Whether you work for yourself or are employed in an organization, one thing is for certain: at some point your career will change.
It could be a gradual change, such as a job or industry slowly evolving or phasing out; or it could be a sudden change, such as the Board of Directors mandating a reduction in staff immediately. Regardless of the exact scenario, the key trait that will enable you to reposition yourself and thrive after a career setback is your ability to embrace adaptation.
Unfortunately, many people lack a belief in their ability to adapt. As such, they become immobilized by fear when change is apparent. So rather than adapt their mindset, approach, and even skills, they choose to stay stuck in their comfort zone, even though it's no longer comfortable at all.
Realize, though, that adaption is natural. For example, when you travel to a location that has a different climate than what you're used to (such as going from Miami, Florida to Chicago, Illinois in the winter), the new weather feels harsh for the first day. But after a few days in the new climate, your body adjusts and the colder temperatures don't feel as frigid. Your body and mind acclimates and you get used to the new environment. This natural ability to adapt at a physiological level also applies to dealing with changes in the career environment. You simply need to tap into your natural ability to adapt and apply it to your professional life. The following suggestions will help you achieve that.
1. Reflect on your past.
When change is upon you, reflect back on a few times in the past when you overcame an adversity and identify what you had to do to get through those events. Ideally, choose examples from your past workplaces. If you can't think of any, then go back to your school days and your personal life. If you really have led a challenge-free life thus far, then think about books or movies where you've learned about others overcoming adversity.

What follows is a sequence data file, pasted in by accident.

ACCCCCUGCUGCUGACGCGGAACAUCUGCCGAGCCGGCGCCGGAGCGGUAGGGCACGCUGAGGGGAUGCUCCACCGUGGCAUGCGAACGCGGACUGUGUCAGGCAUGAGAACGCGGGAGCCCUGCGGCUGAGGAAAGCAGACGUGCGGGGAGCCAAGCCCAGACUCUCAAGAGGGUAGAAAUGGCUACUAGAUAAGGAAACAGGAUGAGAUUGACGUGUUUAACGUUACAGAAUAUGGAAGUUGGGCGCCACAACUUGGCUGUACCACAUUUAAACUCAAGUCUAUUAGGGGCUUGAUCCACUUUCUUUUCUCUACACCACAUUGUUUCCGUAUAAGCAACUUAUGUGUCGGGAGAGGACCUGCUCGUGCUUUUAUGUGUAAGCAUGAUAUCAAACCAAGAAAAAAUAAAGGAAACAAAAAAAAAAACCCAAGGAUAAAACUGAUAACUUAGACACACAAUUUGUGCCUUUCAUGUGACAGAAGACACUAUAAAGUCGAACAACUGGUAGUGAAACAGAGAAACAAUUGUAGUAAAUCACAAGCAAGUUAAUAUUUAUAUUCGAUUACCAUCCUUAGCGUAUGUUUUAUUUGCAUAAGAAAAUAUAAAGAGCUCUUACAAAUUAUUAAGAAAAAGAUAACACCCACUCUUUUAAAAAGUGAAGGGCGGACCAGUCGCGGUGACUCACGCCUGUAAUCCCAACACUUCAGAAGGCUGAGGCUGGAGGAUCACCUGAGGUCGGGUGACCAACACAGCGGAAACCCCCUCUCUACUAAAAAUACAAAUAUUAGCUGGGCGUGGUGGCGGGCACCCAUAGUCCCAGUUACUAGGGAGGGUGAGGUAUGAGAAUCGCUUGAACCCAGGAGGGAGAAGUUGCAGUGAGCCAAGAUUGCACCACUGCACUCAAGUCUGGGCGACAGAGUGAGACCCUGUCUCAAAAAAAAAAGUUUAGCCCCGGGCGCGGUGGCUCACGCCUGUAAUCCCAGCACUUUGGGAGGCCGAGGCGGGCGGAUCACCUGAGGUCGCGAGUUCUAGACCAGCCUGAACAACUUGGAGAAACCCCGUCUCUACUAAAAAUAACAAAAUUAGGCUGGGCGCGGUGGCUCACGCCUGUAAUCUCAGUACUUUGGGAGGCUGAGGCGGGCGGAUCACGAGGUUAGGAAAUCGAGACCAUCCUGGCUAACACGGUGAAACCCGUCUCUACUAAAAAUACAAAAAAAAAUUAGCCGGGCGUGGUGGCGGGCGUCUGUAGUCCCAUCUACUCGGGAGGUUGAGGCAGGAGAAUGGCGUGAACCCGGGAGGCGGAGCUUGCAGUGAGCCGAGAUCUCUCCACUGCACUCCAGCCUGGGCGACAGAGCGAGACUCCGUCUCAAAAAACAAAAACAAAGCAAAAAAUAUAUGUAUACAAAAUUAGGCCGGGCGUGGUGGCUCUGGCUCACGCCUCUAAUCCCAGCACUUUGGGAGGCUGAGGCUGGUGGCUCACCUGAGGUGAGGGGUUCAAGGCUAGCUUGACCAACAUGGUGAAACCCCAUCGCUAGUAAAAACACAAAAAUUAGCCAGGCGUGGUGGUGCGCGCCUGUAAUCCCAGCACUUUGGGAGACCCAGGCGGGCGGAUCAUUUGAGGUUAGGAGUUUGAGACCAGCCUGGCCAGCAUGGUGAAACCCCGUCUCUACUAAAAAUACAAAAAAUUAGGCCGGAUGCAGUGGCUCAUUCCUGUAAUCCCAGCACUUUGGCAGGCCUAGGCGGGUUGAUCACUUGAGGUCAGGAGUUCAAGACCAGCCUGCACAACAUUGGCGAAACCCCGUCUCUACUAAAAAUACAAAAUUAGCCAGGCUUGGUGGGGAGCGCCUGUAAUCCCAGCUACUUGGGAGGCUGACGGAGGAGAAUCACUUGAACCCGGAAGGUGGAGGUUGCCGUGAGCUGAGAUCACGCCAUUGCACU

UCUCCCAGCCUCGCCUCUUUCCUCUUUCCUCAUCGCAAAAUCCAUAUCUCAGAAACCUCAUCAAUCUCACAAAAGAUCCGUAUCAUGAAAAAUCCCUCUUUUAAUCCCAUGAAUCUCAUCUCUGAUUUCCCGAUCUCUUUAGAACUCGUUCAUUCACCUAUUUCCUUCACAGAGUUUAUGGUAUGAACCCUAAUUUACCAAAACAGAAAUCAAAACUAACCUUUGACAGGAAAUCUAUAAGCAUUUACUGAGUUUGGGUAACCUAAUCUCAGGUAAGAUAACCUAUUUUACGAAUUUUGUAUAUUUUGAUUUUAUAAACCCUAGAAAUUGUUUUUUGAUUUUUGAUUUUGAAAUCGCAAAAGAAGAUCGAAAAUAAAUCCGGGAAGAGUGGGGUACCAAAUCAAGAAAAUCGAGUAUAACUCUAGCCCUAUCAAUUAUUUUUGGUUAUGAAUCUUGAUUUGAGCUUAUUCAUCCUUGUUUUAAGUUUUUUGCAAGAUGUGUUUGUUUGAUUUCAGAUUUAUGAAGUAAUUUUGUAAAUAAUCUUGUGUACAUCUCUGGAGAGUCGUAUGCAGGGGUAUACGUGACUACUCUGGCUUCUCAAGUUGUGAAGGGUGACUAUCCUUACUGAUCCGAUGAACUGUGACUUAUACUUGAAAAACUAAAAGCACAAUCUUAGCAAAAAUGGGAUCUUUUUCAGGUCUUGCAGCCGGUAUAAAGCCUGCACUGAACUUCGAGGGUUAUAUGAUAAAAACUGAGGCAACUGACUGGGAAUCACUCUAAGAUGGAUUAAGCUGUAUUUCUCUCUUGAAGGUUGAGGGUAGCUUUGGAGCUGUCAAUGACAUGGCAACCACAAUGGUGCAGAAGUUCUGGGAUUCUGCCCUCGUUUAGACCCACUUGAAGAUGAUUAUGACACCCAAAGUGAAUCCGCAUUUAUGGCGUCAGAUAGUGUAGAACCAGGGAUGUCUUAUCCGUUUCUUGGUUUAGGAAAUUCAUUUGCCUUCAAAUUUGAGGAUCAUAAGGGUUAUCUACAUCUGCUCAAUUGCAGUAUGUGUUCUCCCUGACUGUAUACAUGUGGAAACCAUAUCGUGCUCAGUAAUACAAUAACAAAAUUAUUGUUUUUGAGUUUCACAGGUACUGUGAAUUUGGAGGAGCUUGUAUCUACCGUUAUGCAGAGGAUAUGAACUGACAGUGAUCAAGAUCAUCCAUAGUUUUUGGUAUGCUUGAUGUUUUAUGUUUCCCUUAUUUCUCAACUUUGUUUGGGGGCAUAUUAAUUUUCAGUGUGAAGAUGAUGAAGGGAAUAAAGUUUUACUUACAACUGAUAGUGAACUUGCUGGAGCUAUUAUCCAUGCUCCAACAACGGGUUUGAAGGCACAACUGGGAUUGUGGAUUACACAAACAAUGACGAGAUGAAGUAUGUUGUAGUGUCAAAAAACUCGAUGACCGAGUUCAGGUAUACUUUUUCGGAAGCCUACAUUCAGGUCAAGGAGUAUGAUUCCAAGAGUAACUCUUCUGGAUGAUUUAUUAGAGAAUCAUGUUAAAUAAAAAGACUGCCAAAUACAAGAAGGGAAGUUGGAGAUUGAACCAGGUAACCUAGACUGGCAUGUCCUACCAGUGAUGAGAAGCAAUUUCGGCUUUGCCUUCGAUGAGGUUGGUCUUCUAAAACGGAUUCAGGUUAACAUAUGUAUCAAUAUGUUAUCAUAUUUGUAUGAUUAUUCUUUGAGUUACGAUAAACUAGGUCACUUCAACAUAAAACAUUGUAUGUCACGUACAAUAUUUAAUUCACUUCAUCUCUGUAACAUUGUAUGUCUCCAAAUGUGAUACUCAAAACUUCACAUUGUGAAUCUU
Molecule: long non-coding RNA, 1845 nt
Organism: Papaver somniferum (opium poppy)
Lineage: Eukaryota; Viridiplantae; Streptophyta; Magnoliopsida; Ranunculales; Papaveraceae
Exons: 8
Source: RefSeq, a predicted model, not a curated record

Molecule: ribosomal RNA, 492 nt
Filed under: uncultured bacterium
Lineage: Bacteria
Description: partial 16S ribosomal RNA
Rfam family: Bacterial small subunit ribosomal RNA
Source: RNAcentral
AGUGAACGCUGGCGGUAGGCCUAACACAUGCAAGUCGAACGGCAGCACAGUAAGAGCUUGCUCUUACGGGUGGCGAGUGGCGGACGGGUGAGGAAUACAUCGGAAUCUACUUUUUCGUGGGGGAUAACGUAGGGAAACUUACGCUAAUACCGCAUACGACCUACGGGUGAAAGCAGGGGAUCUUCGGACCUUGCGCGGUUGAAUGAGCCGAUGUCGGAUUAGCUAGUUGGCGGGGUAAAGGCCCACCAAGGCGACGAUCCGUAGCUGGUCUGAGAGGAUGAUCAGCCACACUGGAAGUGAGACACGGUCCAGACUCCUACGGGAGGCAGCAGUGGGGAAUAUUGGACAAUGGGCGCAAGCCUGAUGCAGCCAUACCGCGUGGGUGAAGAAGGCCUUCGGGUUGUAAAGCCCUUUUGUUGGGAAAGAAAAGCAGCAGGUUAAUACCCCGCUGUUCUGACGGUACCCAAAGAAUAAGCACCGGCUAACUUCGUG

Once you choose a few situations to reflect upon, determine the actions and attributes that helped you or others in the past. There's a high probability if you repeat the mindsets and actions that worked in the past, they'll work for you now as well. This exercise helps you shift your energy from victim to victor. You prove to yourself that success is possible.
2. Choose to associate with like-minded people.
To keep your mindset strong, surround yourself with individuals and groups who support you in doing something different, rather than those who try to keep you chained to the status quo. Of course, this step is always easier said than done, especially when your family or closest colleagues are the ones holding you back.
First, in your work life, assess your transferable skills. For example, if you were a video store manager whose store closed, your skills likely include hiring and staffing, inventory, merchandising, and customer service. Look at what other stable and growing professions and industries use those skills and join their leading association. This enables you to actively make connections with new people in a sector that has more optimism than the one you're currently in.